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Study Abroad Provides Perspective and Resilience in the Face of a Pandemic

Alivia Allers ’21

Alivia Allers ’21 was studying in London when the COVID-19 threat became a global crisis. After an adventurous journey back to Syracuse, she finds that her London-based courses are proceeding seamlessly.

Alivia Allers with her family in Madrid
The Allers family visited Alivia in Madrid in 2017. Left to right: Dad Jason; brother Wyatt; sister Evelyn; Alivia; and mother, Brea.

Alivia Allers ’21 has a passion for world travel, but she found the perfect destination for her college aspirations right in her hometown of Syracuse, New York. In 2017, she spent her first semester as a Syracuse University student in Madrid, Spain, taking part in Syracuse Abroad’s Discovery program for select first-year students. This year, as a junior studying international relations in the Maxwell School of Citizenship and Public Affairs and the College of Arts and Sciences, Allers was abroad in London. In early March, she and some friends traveled from London to southern Spain, and on a lark, they took a short flight to Africa to explore Marrakesh, Morocco. Simultaneously, the novel coronavirus was spreading into Europe, quickly becoming a global threat.

“At first, we didn’t really understand the seriousness of the threat the pandemic presented,” Allers says. “As students in the London program, we were hearing more news about COVID-19 from Syracuse University than we were from the U.K. government.”

Concern and Relief

Allers’s parents were happy that their daughter had embraced the opportunity to visit Morocco, but grew concerned when her scheduled flight back to London from Spain was cancelled. They thought she’d have to stay in Marrakesh. “Fortunately, she and her friends went straight to the airport and managed to get a direct flight from Marrakesh to London, just in time,” says her father, Jason Allers. “The next day Morocco placed a freeze on all flights into and out of the country.”

Thanks to Alert Traveler, the University’s travel safety app, staff at Syracuse London knew that Alivia had been in Marrakesh. They called her when Morocco’s borders closed to ensure she had made it back, and were quickly reassured. London professor Becca Farnum, who served on the London Center’s repatriation team, praises Allers for her quick response and communication. “Alivia was incredibly responsible about her mid-semester break travels and her U.S. flight plan, making our job a lot easier. We’re really appreciative of our students’ patience and cooperation during what turned out to be a far more intense adventure than any of us anticipated!”

As Syracuse Abroad programs began suspending operations and people began to flee areas affected by the virus, Allers managed to get a flight from London to JFK. Two days later she arrived home in Syracuse to a very relieved family. “Although we were worried, we had every faith that Alivia would get back safely,” Jason Allers says. “She is a savvy traveler, and she’s flown more places in the last five years than I have in 50!”

Allers is certain the University made the right decision when it suspended its programs abroad, ended on-campus classes and transitioned to online course delivery. “A lot of us were traveling in Europe, and the students studying abroad who might be coming back to campus possibly carrying the virus were definitely a threat,” she says.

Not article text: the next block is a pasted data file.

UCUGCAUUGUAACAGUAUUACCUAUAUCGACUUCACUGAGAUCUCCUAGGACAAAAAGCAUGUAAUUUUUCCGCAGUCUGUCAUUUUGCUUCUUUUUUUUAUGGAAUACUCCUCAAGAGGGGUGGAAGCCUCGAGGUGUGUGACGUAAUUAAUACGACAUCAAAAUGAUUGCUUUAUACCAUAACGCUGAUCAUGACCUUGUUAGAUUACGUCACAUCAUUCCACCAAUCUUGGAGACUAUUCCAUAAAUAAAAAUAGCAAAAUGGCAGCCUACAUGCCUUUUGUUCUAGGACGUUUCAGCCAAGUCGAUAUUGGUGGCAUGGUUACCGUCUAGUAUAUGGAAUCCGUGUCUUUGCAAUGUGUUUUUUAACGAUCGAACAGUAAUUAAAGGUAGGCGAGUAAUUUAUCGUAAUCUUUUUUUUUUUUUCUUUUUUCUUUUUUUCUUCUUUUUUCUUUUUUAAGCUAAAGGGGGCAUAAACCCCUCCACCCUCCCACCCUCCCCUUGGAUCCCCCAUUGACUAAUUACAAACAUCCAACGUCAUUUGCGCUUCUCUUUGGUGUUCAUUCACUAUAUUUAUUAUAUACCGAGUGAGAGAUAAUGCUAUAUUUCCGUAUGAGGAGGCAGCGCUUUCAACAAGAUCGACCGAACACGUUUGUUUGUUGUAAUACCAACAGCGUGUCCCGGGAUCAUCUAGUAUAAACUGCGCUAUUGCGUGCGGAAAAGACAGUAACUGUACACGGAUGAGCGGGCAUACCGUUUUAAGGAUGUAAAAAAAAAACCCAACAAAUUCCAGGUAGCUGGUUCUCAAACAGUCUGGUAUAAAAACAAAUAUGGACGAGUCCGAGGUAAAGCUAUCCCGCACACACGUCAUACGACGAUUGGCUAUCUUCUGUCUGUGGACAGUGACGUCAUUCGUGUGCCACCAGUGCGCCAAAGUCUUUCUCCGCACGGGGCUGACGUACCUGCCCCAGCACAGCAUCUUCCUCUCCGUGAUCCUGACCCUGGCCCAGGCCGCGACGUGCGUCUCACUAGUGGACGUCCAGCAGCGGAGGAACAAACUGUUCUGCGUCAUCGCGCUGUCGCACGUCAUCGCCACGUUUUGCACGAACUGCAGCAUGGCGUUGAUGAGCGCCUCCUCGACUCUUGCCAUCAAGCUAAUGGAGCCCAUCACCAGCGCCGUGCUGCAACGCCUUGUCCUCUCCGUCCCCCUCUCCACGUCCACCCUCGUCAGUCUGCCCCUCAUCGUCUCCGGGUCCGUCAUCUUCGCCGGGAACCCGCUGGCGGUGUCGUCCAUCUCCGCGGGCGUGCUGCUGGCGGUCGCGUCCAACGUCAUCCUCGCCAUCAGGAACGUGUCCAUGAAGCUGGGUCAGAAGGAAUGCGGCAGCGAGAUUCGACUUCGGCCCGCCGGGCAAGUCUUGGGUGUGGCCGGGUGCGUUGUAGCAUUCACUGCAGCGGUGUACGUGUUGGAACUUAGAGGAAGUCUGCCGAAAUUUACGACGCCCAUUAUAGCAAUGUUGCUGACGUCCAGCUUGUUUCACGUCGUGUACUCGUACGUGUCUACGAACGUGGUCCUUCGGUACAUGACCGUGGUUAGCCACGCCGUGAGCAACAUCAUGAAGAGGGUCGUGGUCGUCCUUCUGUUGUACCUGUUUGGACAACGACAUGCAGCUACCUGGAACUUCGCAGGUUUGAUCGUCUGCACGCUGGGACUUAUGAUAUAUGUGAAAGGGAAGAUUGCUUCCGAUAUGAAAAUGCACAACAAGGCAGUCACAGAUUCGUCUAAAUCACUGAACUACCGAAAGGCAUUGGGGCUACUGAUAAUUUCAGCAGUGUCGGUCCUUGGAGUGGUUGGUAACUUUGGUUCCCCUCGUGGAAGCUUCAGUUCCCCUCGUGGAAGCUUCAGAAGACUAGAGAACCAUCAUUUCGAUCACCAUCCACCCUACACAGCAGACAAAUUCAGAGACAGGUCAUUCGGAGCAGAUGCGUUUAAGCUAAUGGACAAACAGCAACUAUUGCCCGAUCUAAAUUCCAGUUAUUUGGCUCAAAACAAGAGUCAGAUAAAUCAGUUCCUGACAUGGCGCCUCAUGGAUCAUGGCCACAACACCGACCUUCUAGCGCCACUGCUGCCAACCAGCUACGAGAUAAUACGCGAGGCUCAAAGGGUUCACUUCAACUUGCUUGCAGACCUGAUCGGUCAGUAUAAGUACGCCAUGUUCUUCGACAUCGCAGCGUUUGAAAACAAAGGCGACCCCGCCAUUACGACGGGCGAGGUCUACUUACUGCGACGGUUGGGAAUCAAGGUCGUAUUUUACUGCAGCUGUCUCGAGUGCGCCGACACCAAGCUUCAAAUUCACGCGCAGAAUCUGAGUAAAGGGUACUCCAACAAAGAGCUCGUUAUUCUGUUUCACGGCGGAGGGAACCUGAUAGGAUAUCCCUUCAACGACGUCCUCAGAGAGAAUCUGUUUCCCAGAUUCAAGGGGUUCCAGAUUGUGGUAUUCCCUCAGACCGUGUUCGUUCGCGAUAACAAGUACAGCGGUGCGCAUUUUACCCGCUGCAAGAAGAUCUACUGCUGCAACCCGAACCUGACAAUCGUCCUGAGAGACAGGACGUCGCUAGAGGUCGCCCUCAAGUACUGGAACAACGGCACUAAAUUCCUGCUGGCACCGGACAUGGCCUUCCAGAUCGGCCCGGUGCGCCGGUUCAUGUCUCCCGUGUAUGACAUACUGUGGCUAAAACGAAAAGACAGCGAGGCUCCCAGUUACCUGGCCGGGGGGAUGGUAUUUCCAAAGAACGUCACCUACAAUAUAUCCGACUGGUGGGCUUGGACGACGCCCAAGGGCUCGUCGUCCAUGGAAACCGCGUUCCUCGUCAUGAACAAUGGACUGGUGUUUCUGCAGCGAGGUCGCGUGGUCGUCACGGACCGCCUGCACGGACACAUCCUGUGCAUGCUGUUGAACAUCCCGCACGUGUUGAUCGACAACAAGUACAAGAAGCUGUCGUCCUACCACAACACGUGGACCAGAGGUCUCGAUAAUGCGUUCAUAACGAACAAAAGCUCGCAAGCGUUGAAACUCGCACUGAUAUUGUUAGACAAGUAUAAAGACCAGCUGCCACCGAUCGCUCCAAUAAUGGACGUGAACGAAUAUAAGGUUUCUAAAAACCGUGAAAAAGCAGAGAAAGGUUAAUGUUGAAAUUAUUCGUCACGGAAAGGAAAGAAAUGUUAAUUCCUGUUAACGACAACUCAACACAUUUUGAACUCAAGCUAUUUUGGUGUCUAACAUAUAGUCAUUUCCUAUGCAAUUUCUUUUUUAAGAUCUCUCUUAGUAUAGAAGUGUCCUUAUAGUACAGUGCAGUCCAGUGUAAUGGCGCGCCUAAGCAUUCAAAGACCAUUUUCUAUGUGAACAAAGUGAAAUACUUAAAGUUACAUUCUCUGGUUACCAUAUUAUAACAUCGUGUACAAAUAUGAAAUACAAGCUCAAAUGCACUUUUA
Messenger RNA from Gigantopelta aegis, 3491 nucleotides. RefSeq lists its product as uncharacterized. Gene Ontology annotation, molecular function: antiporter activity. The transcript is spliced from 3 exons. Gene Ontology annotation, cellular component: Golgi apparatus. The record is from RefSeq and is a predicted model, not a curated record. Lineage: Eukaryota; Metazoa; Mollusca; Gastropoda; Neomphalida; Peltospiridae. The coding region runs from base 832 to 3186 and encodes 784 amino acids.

Making the Transition

Alivia Allers selfie outside in the springtime
Alivia Allers ’21 has studied abroad in Madrid and London.

Following the guidance of the U.K. government and Syracuse London staff, Allers stopped traveling and isolated herself in her London flat before returning to her family home in Syracuse, where she will complete this semester’s coursework online. “My professors in London have been really empathetic about their students being sent home, and they’re accommodating our situation as best they can. Due to the time difference, my professors aren’t doing live video chats. Instead, everything is being taught through Blackboard, so the transition has been quite seamless.”

The disappointment of not being able to remain in London for the whole semester is tempered by memories of her first study abroad experience in Madrid. “It was one of the best times I’ve ever had, and Madrid is among my favorite places in the world,” Allers says.

She is currently keeping herself sequestered in her room. “I’ve been doing a lot to keep my family healthy just in case I’m an unknowing carrier,” she says. “I’m almost through my 14-day quarantine. I have a routine of cleaning everything right after I use it and washing my hands before I go downstairs. I think I’m doing a pretty good job of it.”

Despite all the precautions she must take and the disruption to what promised to be a memorable semester abroad, Allers knows this is a historic moment and acknowledges the impact it has had on life as we know it. “I’ll remember seeing the initial panic on the U.S. news, the empty grocery stores and the sudden change when society came to a complete halt,” she says. But there have been moments of beauty, too. “When I was in New York City on my way home from London, I went for a walk one night in Washington Square Park. I was surprised to see a jazz band in the center of a small crowd. Everyone was sitting six feet apart, just listening.”

Mary Beth Horsington

This story was published on .


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